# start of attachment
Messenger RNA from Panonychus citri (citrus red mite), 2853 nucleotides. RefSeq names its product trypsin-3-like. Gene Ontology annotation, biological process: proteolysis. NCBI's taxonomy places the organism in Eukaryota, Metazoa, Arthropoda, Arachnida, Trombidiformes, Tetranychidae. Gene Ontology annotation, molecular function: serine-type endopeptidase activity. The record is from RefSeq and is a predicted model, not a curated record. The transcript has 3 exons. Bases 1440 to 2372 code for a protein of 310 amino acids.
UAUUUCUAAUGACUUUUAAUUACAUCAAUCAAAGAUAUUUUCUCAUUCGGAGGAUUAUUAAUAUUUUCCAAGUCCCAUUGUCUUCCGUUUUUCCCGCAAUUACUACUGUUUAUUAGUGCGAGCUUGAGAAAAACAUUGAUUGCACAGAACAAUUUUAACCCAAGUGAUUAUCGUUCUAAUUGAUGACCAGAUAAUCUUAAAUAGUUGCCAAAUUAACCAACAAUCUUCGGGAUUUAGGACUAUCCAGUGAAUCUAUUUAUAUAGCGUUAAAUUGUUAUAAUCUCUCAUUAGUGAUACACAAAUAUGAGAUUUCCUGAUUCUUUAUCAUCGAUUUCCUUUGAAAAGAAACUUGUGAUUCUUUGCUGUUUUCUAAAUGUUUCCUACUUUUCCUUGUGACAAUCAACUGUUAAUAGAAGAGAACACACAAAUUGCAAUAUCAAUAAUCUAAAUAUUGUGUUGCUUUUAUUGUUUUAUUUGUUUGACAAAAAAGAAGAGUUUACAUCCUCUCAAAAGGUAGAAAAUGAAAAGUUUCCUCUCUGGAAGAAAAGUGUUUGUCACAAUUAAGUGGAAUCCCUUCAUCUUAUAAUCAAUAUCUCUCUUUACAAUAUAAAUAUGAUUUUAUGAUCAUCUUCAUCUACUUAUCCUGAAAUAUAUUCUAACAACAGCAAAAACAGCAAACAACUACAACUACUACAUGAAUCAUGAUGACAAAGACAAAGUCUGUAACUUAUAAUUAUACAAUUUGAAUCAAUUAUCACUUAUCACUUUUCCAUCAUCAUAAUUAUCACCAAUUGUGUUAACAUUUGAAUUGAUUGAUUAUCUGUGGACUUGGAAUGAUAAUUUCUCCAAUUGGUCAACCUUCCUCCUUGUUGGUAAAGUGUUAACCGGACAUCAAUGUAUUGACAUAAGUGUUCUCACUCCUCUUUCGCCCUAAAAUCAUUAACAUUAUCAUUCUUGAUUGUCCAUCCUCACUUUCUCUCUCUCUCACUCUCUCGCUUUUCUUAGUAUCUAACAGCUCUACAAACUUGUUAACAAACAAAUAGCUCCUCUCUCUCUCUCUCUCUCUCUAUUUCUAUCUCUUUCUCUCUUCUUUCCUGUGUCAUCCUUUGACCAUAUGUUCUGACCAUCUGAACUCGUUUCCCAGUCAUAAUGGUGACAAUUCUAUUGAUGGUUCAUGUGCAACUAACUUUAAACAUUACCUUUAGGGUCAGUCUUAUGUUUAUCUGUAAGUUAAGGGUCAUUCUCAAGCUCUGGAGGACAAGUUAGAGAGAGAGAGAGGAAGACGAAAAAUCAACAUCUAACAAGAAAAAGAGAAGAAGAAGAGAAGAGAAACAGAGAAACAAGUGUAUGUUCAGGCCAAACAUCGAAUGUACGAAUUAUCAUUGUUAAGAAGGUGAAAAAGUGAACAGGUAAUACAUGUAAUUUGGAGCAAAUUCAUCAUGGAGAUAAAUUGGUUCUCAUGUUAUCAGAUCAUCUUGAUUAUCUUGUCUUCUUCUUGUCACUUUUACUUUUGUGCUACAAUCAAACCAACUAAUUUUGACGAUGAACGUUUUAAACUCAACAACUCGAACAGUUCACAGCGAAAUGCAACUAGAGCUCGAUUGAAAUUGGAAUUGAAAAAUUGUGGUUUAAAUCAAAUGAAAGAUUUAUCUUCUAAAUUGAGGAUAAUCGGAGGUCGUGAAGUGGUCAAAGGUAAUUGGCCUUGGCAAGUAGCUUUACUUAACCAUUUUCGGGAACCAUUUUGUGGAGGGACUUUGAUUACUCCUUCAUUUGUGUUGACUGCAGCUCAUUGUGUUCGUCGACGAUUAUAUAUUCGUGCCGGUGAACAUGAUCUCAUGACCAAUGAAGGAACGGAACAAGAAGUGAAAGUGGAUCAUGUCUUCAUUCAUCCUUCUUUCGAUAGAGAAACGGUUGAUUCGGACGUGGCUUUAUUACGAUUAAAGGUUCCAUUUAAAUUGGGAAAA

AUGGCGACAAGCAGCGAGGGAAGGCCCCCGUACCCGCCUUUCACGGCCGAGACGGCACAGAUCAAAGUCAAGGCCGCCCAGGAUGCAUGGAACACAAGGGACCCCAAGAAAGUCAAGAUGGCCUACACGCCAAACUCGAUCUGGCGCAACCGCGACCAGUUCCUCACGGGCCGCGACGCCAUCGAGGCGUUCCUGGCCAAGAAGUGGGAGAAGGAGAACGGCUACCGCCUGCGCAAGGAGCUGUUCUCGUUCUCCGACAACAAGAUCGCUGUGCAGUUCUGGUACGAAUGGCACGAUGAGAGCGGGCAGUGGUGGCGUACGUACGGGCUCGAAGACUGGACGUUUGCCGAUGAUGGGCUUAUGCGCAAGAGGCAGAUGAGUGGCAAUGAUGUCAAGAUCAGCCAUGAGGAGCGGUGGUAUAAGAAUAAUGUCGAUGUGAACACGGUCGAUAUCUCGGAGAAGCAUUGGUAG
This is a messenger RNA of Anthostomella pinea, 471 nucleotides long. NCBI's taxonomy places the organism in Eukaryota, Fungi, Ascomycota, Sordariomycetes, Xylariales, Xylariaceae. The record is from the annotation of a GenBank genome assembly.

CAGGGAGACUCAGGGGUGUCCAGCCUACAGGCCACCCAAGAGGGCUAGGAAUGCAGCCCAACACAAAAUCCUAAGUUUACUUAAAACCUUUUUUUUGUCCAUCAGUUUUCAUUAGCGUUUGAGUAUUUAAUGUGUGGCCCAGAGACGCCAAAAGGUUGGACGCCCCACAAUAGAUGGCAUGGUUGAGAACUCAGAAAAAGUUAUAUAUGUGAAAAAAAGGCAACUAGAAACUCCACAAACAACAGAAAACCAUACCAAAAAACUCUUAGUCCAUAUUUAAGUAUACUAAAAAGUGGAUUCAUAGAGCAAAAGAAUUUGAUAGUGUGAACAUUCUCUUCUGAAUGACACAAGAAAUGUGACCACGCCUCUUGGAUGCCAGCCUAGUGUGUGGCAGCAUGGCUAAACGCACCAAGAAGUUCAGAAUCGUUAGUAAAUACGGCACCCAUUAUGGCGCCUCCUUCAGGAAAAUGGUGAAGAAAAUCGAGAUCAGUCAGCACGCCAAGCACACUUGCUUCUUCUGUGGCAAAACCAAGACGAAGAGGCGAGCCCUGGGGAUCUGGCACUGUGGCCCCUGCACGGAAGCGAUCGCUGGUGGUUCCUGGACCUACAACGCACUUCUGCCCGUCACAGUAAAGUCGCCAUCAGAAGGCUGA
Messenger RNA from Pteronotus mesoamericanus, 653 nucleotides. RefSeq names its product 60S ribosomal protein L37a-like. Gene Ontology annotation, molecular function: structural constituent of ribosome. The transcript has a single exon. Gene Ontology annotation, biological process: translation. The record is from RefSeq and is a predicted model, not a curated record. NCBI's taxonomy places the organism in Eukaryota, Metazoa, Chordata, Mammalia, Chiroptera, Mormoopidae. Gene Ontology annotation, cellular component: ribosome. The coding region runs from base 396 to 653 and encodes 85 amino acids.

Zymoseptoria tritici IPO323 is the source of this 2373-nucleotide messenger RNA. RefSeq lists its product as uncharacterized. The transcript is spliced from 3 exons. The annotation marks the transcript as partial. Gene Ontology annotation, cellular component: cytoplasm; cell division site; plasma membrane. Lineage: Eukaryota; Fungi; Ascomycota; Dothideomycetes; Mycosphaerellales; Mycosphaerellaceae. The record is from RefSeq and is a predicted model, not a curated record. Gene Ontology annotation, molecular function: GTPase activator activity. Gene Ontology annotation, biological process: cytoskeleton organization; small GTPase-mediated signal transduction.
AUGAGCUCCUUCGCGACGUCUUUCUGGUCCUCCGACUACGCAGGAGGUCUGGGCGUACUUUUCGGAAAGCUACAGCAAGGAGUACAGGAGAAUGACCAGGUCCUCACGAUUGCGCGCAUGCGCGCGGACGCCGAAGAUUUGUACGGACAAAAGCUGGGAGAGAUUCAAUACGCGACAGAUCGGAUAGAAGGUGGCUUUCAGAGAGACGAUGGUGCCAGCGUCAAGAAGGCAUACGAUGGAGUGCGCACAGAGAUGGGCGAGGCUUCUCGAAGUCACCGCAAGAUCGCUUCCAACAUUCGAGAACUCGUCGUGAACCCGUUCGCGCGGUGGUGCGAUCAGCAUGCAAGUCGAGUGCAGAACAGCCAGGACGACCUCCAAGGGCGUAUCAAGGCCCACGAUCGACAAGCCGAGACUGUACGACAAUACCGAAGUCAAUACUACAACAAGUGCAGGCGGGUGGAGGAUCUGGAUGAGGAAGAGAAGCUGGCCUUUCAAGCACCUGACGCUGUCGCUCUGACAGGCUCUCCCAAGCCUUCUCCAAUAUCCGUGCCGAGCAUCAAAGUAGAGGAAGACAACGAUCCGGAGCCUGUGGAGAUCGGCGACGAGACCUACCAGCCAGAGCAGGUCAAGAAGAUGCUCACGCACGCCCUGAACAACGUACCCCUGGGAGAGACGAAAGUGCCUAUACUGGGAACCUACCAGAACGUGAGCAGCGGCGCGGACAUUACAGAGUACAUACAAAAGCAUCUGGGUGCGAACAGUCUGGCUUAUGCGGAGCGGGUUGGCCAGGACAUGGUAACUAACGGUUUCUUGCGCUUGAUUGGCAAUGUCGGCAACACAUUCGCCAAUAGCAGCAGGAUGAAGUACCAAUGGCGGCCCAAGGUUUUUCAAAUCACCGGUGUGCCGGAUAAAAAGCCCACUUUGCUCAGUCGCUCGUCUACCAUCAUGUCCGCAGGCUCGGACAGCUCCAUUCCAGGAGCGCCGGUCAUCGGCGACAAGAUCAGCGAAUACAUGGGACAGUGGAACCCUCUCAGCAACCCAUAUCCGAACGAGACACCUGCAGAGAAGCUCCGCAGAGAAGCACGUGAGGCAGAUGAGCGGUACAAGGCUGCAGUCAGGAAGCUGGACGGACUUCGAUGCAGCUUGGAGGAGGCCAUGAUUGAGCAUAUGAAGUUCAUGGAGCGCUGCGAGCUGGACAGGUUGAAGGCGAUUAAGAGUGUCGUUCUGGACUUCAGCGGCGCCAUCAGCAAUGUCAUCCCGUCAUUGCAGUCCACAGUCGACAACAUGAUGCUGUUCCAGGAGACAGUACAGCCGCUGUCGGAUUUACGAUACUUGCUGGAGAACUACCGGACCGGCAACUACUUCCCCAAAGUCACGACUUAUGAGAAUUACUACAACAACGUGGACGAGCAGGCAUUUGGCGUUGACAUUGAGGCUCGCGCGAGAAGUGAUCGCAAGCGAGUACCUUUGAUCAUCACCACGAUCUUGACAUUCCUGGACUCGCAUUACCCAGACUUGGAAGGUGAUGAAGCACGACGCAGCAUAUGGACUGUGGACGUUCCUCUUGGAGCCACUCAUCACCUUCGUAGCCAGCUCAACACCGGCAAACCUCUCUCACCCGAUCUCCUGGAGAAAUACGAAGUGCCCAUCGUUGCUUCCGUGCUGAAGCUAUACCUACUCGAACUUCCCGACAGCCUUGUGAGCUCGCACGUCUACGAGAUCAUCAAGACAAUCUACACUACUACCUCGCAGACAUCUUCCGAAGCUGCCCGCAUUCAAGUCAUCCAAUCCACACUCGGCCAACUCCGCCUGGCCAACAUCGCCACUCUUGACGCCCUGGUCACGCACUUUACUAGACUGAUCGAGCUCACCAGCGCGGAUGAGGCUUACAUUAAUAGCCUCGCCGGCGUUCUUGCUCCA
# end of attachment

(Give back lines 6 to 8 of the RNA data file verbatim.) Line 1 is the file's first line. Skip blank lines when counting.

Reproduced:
Messenger RNA from Pteronotus mesoamericanus, 653 nucleotides. RefSeq names its product 60S ribosomal protein L37a-like. Gene Ontology annotation, molecular function: structural constituent of ribosome. The transcript has a single exon. Gene Ontology annotation, biological process: translation. The record is from RefSeq and is a predicted model, not a curated record. NCBI's taxonomy places the organism in Eukaryota, Metazoa, Chordata, Mammalia, Chiroptera, Mormoopidae. Gene Ontology annotation, cellular component: ribosome. The coding region runs from base 396 to 653 and encodes 85 amino acids.

Zymoseptoria tritici IPO323 is the source of this 2373-nucleotide messenger RNA. RefSeq lists its product as uncharacterized. The transcript is spliced from 3 exons. The annotation marks the transcript as partial. Gene Ontology annotation, cellular component: cytoplasm; cell division site; plasma membrane. Lineage: Eukaryota; Fungi; Ascomycota; Dothideomycetes; Mycosphaerellales; Mycosphaerellaceae. The record is from RefSeq and is a predicted model, not a curated record. Gene Ontology annotation, molecular function: GTPase activator activity. Gene Ontology annotation, biological process: cytoskeleton organization; small GTPase-mediated signal transduction.
AUGAGCUCCUUCGCGACGUCUUUCUGGUCCUCCGACUACGCAGGAGGUCUGGGCGUACUUUUCGGAAAGCUACAGCAAGGAGUACAGGAGAAUGACCAGGUCCUCACGAUUGCGCGCAUGCGCGCGGACGCCGAAGAUUUGUACGGACAAAAGCUGGGAGAGAUUCAAUACGCGACAGAUCGGAUAGAAGGUGGCUUUCAGAGAGACGAUGGUGCCAGCGUCAAGAAGGCAUACGAUGGAGUGCGCACAGAGAUGGGCGAGGCUUCUCGAAGUCACCGCAAGAUCGCUUCCAACAUUCGAGAACUCGUCGUGAACCCGUUCGCGCGGUGGUGCGAUCAGCAUGCAAGUCGAGUGCAGAACAGCCAGGACGACCUCCAAGGGCGUAUCAAGGCCCACGAUCGACAAGCCGAGACUGUACGACAAUACCGAAGUCAAUACUACAACAAGUGCAGGCGGGUGGAGGAUCUGGAUGAGGAAGAGAAGCUGGCCUUUCAAGCACCUGACGCUGUCGCUCUGACAGGCUCUCCCAAGCCUUCUCCAAUAUCCGUGCCGAGCAUCAAAGUAGAGGAAGACAACGAUCCGGAGCCUGUGGAGAUCGGCGACGAGACCUACCAGCCAGAGCAGGUCAAGAAGAUGCUCACGCACGCCCUGAACAACGUACCCCUGGGAGAGACGAAAGUGCCUAUACUGGGAACCUACCAGAACGUGAGCAGCGGCGCGGACAUUACAGAGUACAUACAAAAGCAUCUGGGUGCGAACAGUCUGGCUUAUGCGGAGCGGGUUGGCCAGGACAUGGUAACUAACGGUUUCUUGCGCUUGAUUGGCAAUGUCGGCAACACAUUCGCCAAUAGCAGCAGGAUGAAGUACCAAUGGCGGCCCAAGGUUUUUCAAAUCACCGGUGUGCCGGAUAAAAAGCCCACUUUGCUCAGUCGCUCGUCUACCAUCAUGUCCGCAGGCUCGGACAGCUCCAUUCCAGGAGCGCCGGUCAUCGGCGACAAGAUCAGCGAAUACAUGGGACAGUGGAACCCUCUCAGCAACCCAUAUCCGAACGAGACACCUGCAGAGAAGCUCCGCAGAGAAGCACGUGAGGCAGAUGAGCGGUACAAGGCUGCAGUCAGGAAGCUGGACGGACUUCGAUGCAGCUUGGAGGAGGCCAUGAUUGAGCAUAUGAAGUUCAUGGAGCGCUGCGAGCUGGACAGGUUGAAGGCGAUUAAGAGUGUCGUUCUGGACUUCAGCGGCGCCAUCAGCAAUGUCAUCCCGUCAUUGCAGUCCACAGUCGACAACAUGAUGCUGUUCCAGGAGACAGUACAGCCGCUGUCGGAUUUACGAUACUUGCUGGAGAACUACCGGACCGGCAACUACUUCCCCAAAGUCACGACUUAUGAGAAUUACUACAACAACGUGGACGAGCAGGCAUUUGGCGUUGACAUUGAGGCUCGCGCGAGAAGUGAUCGCAAGCGAGUACCUUUGAUCAUCACCACGAUCUUGACAUUCCUGGACUCGCAUUACCCAGACUUGGAAGGUGAUGAAGCACGACGCAGCAUAUGGACUGUGGACGUUCCUCUUGGAGCCACUCAUCACCUUCGUAGCCAGCUCAACACCGGCAAACCUCUCUCACCCGAUCUCCUGGAGAAAUACGAAGUGCCCAUCGUUGCUUCCGUGCUGAAGCUAUACCUACUCGAACUUCCCGACAGCCUUGUGAGCUCGCACGUCUACGAGAUCAUCAAGACAAUCUACACUACUACCUCGCAGACAUCUUCCGAAGCUGCCCGCAUUCAAGUCAUCCAAUCCACACUCGGCCAACUCCGCCUGGCCAACAUCGCCACUCUUGACGCCCUGGUCACGCACUUUACUAGACUGAUCGAGCUCACCAGCGCGGAUGAGGCUUACAUUAAUAGCCUCGCCGGCGUUCUUGCUCCA